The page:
The Ultimate Google Analytics – Marketing dictionary

I’m happy to present to you the ultimate Google Analytics – Marketing dictionary.
In this dictionary, I would like to go over some of the core concepts in the marketing world, and even more, for marketers who use Google Analytics as the ultimate Google Analytics – Marketing dictionary.



Every visit to our site/usage of our App contains some pages and events. All of these hits are captured and wrapped up as a single session


User (Unique user)

Every user that visits our site is counted as a unique user, he may visit us 30 times a month, yet he will be counted as one unique user (with 30 sessions)



The who/what, this can be a list of countries, traffic source, gender, device and so on



The how mach, this can be sessions, users, pageviews, events and many more



Every URL a user views in our site is counted as a pageview, refreshing a page will be counted as another pageview


Unique Pageview

Every URL a user views in a session will be counted once, even if he refreshes or returns to the page 10 more times



Clicking on a button, viewing adding to cart, viewing an Advertisement, all of these are events that may be collected in Google Analytics


Unique Events

Clicking on the same button 5 times will be counted as 1 and not 5 as the total even metric will count


Non-interactive event

event that don’t require the an interaction (click) from the user. These events don’t affect the bounce rate metric



The first time a user visits our site / App. We usually would want to give credit to the source that helped us acquire the user



Completing a goal of our property (website / App) will be triggered as a conversion. For e-commerce property this can be completing a purchase, for a blog site this can be signing up for the newsletter. Both are conversions, our user reached a goal of our site.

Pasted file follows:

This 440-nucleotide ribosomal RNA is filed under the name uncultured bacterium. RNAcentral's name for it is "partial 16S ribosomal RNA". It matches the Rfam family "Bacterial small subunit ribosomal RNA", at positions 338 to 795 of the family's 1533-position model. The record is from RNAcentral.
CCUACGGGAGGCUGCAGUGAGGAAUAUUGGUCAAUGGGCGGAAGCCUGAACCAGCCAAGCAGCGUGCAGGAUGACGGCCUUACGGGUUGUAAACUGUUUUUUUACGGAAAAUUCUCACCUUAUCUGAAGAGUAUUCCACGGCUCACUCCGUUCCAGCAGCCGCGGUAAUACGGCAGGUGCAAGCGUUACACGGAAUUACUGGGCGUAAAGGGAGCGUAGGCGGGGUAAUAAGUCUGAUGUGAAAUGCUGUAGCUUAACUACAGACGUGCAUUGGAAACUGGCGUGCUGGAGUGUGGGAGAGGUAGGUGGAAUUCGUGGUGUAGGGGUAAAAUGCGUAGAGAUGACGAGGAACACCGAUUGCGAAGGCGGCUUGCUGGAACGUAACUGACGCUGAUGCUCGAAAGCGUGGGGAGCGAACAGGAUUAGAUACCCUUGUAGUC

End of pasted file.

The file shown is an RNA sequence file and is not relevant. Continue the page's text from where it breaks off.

Returning rate of our users, the more our customers return the higher our retention is


Bounced session

A bounced session is a session that there was only not interactive event, most likely a pageview. In case there was any


Interactive event

If a user clicked on a button after the first page hit, this will be a non-bounced session.
In case there was a non-interactive event (user viewed a banner) after the first-page hit and the leaves OR leaves even without the non-interaction event, this will be a bounced session.



Audiences are users that you group together based on any combination of attributes, such as users that viewed a specific page, completed a goal, purchased any/specific product, spend more than X time in site…



Every Google user (Gmail account) can add up to 100 accounts, we usually will open an account per company/business. Every account can contain up to 50 properties



Every property has its own tracking-ID, we usually have a property for each platform in our business: website, native app and web app. This is the level that our data is stored. We can create up to 50 properties per account